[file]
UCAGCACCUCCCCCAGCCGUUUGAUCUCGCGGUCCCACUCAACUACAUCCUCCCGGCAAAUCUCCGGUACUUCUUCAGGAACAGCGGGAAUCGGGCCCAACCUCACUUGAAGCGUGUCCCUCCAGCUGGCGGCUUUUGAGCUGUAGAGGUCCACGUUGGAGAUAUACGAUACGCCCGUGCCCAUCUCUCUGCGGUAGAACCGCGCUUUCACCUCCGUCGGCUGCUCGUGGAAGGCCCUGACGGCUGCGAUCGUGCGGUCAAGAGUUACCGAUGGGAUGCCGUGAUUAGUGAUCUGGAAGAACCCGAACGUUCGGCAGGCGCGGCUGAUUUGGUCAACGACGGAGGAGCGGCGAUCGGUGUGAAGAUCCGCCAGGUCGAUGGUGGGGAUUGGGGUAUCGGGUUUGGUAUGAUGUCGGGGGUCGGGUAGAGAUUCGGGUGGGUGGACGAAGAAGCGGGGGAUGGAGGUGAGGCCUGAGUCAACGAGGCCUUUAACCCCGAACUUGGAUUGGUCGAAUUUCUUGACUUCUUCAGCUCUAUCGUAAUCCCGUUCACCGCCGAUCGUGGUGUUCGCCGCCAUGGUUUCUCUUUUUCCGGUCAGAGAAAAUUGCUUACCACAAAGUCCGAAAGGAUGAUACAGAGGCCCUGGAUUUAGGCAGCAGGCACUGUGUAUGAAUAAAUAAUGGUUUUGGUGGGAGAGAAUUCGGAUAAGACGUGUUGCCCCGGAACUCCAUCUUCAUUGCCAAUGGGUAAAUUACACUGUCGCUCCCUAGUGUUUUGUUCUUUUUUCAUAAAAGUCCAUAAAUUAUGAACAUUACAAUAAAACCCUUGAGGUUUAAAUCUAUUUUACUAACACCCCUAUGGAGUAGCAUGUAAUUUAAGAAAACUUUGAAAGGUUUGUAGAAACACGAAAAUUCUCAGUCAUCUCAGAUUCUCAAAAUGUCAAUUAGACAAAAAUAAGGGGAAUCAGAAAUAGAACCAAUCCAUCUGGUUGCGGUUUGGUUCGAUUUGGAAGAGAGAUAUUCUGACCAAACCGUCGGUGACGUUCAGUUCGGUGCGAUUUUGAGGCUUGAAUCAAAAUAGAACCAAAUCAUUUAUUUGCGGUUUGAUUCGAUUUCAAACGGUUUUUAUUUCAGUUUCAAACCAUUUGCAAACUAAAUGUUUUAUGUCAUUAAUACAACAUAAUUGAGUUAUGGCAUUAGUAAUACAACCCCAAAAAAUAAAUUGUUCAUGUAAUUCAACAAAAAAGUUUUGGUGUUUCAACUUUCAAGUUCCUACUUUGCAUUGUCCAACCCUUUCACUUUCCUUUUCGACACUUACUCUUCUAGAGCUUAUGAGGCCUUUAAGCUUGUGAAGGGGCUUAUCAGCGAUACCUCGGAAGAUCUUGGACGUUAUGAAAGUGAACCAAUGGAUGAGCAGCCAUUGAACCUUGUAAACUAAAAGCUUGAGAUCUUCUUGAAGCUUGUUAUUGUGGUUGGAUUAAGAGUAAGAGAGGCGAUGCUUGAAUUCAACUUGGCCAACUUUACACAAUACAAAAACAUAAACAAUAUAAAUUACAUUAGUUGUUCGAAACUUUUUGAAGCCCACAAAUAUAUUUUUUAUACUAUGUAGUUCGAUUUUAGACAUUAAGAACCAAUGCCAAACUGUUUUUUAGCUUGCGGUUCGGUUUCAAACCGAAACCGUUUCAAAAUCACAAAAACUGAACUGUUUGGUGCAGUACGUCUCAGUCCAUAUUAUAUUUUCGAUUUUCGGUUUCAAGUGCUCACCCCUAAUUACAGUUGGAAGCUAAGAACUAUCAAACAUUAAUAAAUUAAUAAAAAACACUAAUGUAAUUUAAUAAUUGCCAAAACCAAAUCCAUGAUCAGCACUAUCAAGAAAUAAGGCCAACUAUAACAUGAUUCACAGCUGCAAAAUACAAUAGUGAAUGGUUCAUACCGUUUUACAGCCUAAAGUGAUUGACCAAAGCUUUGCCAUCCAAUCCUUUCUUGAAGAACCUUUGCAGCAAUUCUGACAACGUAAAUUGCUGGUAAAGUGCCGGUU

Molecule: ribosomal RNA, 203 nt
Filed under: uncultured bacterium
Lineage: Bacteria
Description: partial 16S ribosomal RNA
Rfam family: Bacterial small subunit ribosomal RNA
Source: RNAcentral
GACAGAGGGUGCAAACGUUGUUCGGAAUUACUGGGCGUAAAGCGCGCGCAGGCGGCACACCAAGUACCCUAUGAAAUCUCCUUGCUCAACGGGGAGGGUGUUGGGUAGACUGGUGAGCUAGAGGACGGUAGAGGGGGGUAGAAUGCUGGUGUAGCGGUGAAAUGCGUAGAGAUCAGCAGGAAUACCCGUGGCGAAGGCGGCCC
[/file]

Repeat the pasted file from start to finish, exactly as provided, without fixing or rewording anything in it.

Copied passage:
UCAGCACCUCCCCCAGCCGUUUGAUCUCGCGGUCCCACUCAACUACAUCCUCCCGGCAAAUCUCCGGUACUUCUUCAGGAACAGCGGGAAUCGGGCCCAACCUCACUUGAAGCGUGUCCCUCCAGCUGGCGGCUUUUGAGCUGUAGAGGUCCACGUUGGAGAUAUACGAUACGCCCGUGCCCAUCUCUCUGCGGUAGAACCGCGCUUUCACCUCCGUCGGCUGCUCGUGGAAGGCCCUGACGGCUGCGAUCGUGCGGUCAAGAGUUACCGAUGGGAUGCCGUGAUUAGUGAUCUGGAAGAACCCGAACGUUCGGCAGGCGCGGCUGAUUUGGUCAACGACGGAGGAGCGGCGAUCGGUGUGAAGAUCCGCCAGGUCGAUGGUGGGGAUUGGGGUAUCGGGUUUGGUAUGAUGUCGGGGGUCGGGUAGAGAUUCGGGUGGGUGGACGAAGAAGCGGGGGAUGGAGGUGAGGCCUGAGUCAACGAGGCCUUUAACCCCGAACUUGGAUUGGUCGAAUUUCUUGACUUCUUCAGCUCUAUCGUAAUCCCGUUCACCGCCGAUCGUGGUGUUCGCCGCCAUGGUUUCUCUUUUUCCGGUCAGAGAAAAUUGCUUACCACAAAGUCCGAAAGGAUGAUACAGAGGCCCUGGAUUUAGGCAGCAGGCACUGUGUAUGAAUAAAUAAUGGUUUUGGUGGGAGAGAAUUCGGAUAAGACGUGUUGCCCCGGAACUCCAUCUUCAUUGCCAAUGGGUAAAUUACACUGUCGCUCCCUAGUGUUUUGUUCUUUUUUCAUAAAAGUCCAUAAAUUAUGAACAUUACAAUAAAACCCUUGAGGUUUAAAUCUAUUUUACUAACACCCCUAUGGAGUAGCAUGUAAUUUAAGAAAACUUUGAAAGGUUUGUAGAAACACGAAAAUUCUCAGUCAUCUCAGAUUCUCAAAAUGUCAAUUAGACAAAAAUAAGGGGAAUCAGAAAUAGAACCAAUCCAUCUGGUUGCGGUUUGGUUCGAUUUGGAAGAGAGAUAUUCUGACCAAACCGUCGGUGACGUUCAGUUCGGUGCGAUUUUGAGGCUUGAAUCAAAAUAGAACCAAAUCAUUUAUUUGCGGUUUGAUUCGAUUUCAAACGGUUUUUAUUUCAGUUUCAAACCAUUUGCAAACUAAAUGUUUUAUGUCAUUAAUACAACAUAAUUGAGUUAUGGCAUUAGUAAUACAACCCCAAAAAAUAAAUUGUUCAUGUAAUUCAACAAAAAAGUUUUGGUGUUUCAACUUUCAAGUUCCUACUUUGCAUUGUCCAACCCUUUCACUUUCCUUUUCGACACUUACUCUUCUAGAGCUUAUGAGGCCUUUAAGCUUGUGAAGGGGCUUAUCAGCGAUACCUCGGAAGAUCUUGGACGUUAUGAAAGUGAACCAAUGGAUGAGCAGCCAUUGAACCUUGUAAACUAAAAGCUUGAGAUCUUCUUGAAGCUUGUUAUUGUGGUUGGAUUAAGAGUAAGAGAGGCGAUGCUUGAAUUCAACUUGGCCAACUUUACACAAUACAAAAACAUAAACAAUAUAAAUUACAUUAGUUGUUCGAAACUUUUUGAAGCCCACAAAUAUAUUUUUUAUACUAUGUAGUUCGAUUUUAGACAUUAAGAACCAAUGCCAAACUGUUUUUUAGCUUGCGGUUCGGUUUCAAACCGAAACCGUUUCAAAAUCACAAAAACUGAACUGUUUGGUGCAGUACGUCUCAGUCCAUAUUAUAUUUUCGAUUUUCGGUUUCAAGUGCUCACCCCUAAUUACAGUUGGAAGCUAAGAACUAUCAAACAUUAAUAAAUUAAUAAAAAACACUAAUGUAAUUUAAUAAUUGCCAAAACCAAAUCCAUGAUCAGCACUAUCAAGAAAUAAGGCCAACUAUAACAUGAUUCACAGCUGCAAAAUACAAUAGUGAAUGGUUCAUACCGUUUUACAGCCUAAAGUGAUUGACCAAAGCUUUGCCAUCCAAUCCUUUCUUGAAGAACCUUUGCAGCAAUUCUGACAACGUAAAUUGCUGGUAAAGUGCCGGUU

Molecule: ribosomal RNA, 203 nt
Filed under: uncultured bacterium
Lineage: Bacteria
Description: partial 16S ribosomal RNA
Rfam family: Bacterial small subunit ribosomal RNA
Source: RNAcentral
GACAGAGGGUGCAAACGUUGUUCGGAAUUACUGGGCGUAAAGCGCGCGCAGGCGGCACACCAAGUACCCUAUGAAAUCUCCUUGCUCAACGGGGAGGGUGUUGGGUAGACUGGUGAGCUAGAGGACGGUAGAGGGGGGUAGAAUGCUGGUGUAGCGGUGAAAUGCGUAGAGAUCAGCAGGAAUACCCGUGGCGAAGGCGGCCC